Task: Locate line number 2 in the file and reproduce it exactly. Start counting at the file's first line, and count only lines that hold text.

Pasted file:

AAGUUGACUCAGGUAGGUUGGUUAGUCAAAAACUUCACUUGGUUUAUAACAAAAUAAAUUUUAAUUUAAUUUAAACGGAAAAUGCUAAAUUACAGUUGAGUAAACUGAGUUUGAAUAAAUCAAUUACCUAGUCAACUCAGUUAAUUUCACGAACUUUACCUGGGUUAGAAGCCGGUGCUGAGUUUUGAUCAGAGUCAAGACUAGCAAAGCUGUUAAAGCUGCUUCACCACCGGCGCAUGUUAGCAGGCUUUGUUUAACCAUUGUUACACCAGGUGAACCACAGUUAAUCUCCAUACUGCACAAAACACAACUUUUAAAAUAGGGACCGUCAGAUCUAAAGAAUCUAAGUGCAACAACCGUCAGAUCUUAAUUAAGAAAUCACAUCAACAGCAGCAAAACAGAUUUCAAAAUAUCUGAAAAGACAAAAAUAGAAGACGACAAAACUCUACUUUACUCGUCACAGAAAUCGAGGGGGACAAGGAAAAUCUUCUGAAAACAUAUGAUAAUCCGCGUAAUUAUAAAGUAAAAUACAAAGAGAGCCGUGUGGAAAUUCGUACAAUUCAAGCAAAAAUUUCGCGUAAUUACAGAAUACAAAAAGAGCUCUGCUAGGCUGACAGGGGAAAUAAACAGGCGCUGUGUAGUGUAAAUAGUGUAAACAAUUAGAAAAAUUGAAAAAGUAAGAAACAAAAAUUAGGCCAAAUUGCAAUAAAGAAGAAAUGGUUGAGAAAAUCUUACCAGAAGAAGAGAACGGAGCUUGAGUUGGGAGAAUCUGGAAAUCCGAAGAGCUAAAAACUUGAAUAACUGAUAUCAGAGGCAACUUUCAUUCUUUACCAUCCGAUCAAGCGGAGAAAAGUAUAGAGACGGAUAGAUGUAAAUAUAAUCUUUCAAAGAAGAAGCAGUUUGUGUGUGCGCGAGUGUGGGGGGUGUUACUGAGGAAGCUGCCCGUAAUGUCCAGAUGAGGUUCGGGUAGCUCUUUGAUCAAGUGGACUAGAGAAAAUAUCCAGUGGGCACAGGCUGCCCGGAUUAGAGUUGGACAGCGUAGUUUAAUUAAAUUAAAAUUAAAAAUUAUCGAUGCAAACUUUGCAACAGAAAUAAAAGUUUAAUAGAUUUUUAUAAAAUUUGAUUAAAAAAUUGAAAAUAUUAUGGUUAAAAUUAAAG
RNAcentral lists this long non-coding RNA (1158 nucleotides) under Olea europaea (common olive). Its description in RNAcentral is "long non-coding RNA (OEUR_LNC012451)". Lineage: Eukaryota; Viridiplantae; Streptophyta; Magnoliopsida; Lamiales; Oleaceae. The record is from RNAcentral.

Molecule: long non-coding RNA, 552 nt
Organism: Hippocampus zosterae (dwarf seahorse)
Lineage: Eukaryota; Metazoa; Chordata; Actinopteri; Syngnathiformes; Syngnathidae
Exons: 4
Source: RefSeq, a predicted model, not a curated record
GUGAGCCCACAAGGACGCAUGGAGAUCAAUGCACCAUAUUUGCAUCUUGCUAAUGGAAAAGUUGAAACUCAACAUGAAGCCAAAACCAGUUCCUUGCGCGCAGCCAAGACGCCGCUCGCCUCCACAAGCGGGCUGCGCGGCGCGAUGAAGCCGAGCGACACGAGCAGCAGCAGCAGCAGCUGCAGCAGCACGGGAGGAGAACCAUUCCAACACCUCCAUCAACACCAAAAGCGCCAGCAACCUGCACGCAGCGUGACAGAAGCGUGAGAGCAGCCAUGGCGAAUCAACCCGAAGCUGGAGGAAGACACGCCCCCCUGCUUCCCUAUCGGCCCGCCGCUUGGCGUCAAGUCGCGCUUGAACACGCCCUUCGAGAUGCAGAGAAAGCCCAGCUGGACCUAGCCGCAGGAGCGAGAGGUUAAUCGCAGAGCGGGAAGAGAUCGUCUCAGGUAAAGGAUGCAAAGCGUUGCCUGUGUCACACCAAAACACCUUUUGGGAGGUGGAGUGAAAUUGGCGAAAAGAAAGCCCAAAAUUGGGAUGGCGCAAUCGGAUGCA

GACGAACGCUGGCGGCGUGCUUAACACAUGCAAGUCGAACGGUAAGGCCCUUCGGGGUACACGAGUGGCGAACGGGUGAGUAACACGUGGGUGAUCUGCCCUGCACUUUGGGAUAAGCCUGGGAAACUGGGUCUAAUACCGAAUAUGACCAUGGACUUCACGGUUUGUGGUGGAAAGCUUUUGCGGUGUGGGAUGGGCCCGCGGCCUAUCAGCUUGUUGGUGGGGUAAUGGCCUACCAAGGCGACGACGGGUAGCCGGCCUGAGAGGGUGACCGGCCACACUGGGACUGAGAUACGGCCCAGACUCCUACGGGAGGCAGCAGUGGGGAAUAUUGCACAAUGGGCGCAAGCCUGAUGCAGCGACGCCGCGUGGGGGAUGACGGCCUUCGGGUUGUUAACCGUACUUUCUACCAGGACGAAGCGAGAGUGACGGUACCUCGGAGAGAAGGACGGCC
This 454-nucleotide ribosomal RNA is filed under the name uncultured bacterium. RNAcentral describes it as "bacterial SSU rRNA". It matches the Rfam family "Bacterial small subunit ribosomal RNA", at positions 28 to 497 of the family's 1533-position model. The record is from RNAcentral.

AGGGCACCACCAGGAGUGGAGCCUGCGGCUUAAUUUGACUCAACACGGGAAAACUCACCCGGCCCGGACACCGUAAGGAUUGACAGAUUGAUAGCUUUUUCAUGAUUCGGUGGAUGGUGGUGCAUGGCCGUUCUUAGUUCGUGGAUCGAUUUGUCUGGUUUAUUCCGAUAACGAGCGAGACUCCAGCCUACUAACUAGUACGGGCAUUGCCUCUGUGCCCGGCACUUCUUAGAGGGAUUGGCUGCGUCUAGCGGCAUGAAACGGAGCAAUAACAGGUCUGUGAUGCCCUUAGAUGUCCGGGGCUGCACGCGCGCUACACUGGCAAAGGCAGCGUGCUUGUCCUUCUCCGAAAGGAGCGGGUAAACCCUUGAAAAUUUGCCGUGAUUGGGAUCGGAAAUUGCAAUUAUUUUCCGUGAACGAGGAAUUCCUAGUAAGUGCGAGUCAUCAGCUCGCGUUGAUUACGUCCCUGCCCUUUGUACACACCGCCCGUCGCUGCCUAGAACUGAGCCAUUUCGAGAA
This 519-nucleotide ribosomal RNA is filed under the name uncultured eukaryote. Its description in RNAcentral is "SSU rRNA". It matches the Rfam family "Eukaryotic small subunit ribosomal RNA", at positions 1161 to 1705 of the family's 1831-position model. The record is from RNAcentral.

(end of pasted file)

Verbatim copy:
RNAcentral lists this long non-coding RNA (1158 nucleotides) under Olea europaea (common olive). Its description in RNAcentral is "long non-coding RNA (OEUR_LNC012451)". Lineage: Eukaryota; Viridiplantae; Streptophyta; Magnoliopsida; Lamiales; Oleaceae. The record is from RNAcentral.